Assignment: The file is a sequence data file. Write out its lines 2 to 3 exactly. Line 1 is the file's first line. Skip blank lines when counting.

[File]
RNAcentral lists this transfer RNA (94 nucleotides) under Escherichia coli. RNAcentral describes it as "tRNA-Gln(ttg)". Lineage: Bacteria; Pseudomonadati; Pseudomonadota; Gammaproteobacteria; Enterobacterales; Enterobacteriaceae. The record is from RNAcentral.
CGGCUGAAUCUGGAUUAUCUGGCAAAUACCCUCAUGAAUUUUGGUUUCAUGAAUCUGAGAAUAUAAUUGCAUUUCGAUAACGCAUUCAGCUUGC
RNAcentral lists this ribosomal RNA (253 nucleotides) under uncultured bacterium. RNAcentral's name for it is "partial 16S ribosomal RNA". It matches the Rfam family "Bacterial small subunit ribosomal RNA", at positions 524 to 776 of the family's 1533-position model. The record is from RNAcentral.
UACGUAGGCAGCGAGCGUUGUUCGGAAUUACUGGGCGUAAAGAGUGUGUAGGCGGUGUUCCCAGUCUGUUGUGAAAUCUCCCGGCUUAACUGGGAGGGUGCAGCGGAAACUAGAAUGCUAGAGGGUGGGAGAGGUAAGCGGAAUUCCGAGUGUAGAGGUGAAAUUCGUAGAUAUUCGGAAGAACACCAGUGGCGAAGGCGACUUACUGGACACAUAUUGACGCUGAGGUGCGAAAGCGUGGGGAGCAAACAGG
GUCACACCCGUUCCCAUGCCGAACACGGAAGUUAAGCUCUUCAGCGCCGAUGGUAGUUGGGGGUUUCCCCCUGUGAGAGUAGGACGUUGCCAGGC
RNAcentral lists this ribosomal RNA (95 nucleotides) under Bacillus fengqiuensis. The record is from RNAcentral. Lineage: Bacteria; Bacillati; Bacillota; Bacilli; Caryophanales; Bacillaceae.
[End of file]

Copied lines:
CGGCUGAAUCUGGAUUAUCUGGCAAAUACCCUCAUGAAUUUUGGUUUCAUGAAUCUGAGAAUAUAAUUGCAUUUCGAUAACGCAUUCAGCUUGC
RNAcentral lists this ribosomal RNA (253 nucleotides) under uncultured bacterium. RNAcentral's name for it is "partial 16S ribosomal RNA". It matches the Rfam family "Bacterial small subunit ribosomal RNA", at positions 524 to 776 of the family's 1533-position model. The record is from RNAcentral.